I am thoroughly confused.

The car ran great for a couple weeks, then it slowly started getting slower to start until it just quit entirely again. So I started diagnosing ... again. This time I wanted to verify my assumptions and get real numbers.

So I started at spark, had spark at all plugs, although still looks low ( red spark, not blue, and was a bit wet w/ fuel when I pulled them ). Oh also checked gap just to make sure, every gap on my old plugs and new plugs are perfect 0.04 w/ feeler gauges.

Checked fuel pressure, pressure was about 42psi while cranking.
Checked compression, all cylinders between about 132 and 137 so that looks great.
Checked injector pulse w/ a test light, got pulse on all injectors.
Checked resistance on all injectors, all were fine.

Still not starting. Just turns over and over and over.

If I had spark, fuel, and compression, that led me to think maybe the fuel just isn't getting into the engine. So I pulled the injectors to inspect and test them. I had a spare set of injectors lying around from my civic ( d16y8 ) and they're the same so I put new seals on them and tested them ( pressurized them with carb cleaner and manually pulsed them with a 9-volt ), they were all working great. So I threw them in. Buttoned everything up and BAM! Started up right away.

Side note ... I had removed the spark plugs from the compression test and pretty much just let it sit in open air all day while I did everything. Just like before the plugs were wet with fuel with all the cranking. When I had the fuel rail off I decided to test the "clear flood mode" in my initial injector test. Basically I just pulled them out of the engine, propped the rail up against a towel and cranked it to see the pulse actually fire and to see if the clear flood mode worked. I did not notice any change whether pressing the pedal or not. The important thing to note here is just that I had the plugs out for a long while while the engine dried out. This is basically the same thing I did last time when I changed the plugs and it fired up just fine. And yes, I know to disconnect the distributor when cranking without connection to ground.

So with it running again, I can stop it (briefly) and start it over and over again with no problems. I drove it for 20 mins, let it sit for about 30 mins, and then sure enough it had trouble starting just like before!

The low spark still just seemed suspicious to me, so I decided I would just see what happens with a brand new coil. After all, maybe it's going bad, but not quite dead. I installed the new one and it had no effect, same problem ( and same visual spark ). I checked voltage from the ICM to the coil, and it's at 12. Also FWIW battery has held up this whole time with all the cranking ... still sitting strong at 12.5V.

Also, once the car is running, it runs absolutely amazingly. No rough idle, smooth through the RPM band. No misfires, no bogs nor stalls whatsoever. Nice and quiet, no excessive valve lash clicking. It just runs like a champ. Given how well it runs, I can't imagine there being a problem with anything mechanical ( timing, crank sensor, or it really wouldn't run at all, much less start ).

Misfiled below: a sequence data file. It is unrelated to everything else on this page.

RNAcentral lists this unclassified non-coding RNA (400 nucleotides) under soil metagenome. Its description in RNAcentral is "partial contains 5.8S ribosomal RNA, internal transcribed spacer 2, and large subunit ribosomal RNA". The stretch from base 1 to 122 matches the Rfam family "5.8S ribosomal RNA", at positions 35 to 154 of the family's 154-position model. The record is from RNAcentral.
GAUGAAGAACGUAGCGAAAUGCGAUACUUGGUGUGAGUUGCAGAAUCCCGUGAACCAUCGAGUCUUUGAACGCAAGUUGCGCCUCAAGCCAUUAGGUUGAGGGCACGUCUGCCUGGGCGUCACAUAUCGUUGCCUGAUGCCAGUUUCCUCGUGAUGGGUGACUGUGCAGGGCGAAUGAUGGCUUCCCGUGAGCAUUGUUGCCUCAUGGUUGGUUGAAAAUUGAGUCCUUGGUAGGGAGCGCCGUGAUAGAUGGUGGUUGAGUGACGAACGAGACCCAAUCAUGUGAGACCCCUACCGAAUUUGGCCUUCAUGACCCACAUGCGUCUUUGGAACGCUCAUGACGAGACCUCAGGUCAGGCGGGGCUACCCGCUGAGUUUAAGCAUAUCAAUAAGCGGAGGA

I am really truly at a loss with this problem right now.

I still suspect something electrical. The other systems just seem like they would be giving me other symptoms if they weren't working. But the only thing I haven't done here yet is just replace the control module, but this would be a guess just like with the coil.

For now, I am letting the car sit all night and will try again in the morning. Last time I managed to coax it into starting, it worked fine for a few brief trips, but then wouldn't fire up the next day. So I will see what happens. Although the only thing different right now is the new verified and clean injectors and seals.

What might I be missing?

Thanks!
 

·
Registered
Joined
·
193 Posts
so it will start when hot but not when cold? Actually, after 30 minutes the engine should still be warm shouldn’t it?

I looked in the Haynes manual and under hard to start when cold it lists:

Battery discharged or low
Malfunctioning fuel system
Injectors leaking
Distributor rotor carbon tracked

You didn’t list that you checked the battery. Could be the alternator is giving it enough of a charge so that shortly after driving you have enough juice to start it. That may also explain your weak spark.
are your lights bright?

try cleaning the battery terminals.
Try testing battery or jumping to start it.

wet spark plugs could be leaking injectors but could be due to cranking with no start. You seemed to have troubleshot the fuel system (except for the fuel pressure regulator).
 

·
Registered
Joined
·
5 Posts
Discussion Starter · #7 ·
It's not that it starts hot and not cold. But more like, once it's running it'll start hot or cold until it sits for a while. If it starts, I can usually stop it and start it again immediately even before it's warm.

So this morning, I checked and like usual, no start. This was with different injectors and new seals. So last component to test in the electrical side is the control module. I swapped it with another one I had lying around and same thing, no start. I pulled plugs and again wet with fuel from cranking. I cranked the plug as-is with the fuel on it to see if it would spark and sure enough it wouldn't. I wiped the plug clean and cranked it and got the same weak spark I had before. So I am narrowing in on insufficient spark. But I still don't know why?! The plugs are new, wires are about 1.5 years old ( also checked them for shorts last time it was running ), coil is new, and tested w// 2 control modules, cap and rotor are new, and all this works perfectly when the car is running it just won't get started.

I don't know how battery could be an issue. Like I said, it cranks strong all day long and has 12.5v. Also both times I've gone through the diagnosis process I have jumped it just to make sure and there is no change.
 

·
Registered
Joined
·
3,972 Posts
Curious,
Did you read the whole article in the link I included in Post #2?
Why is the spark weak at cranking speed? Good question.
Does the engine crank at good speed? My friends 2000 CRV had a had time stating and the plugs fouled with gas.
First I tried a new ignition coil and it worked for a short time and then I put in a new igniter. That did the trick.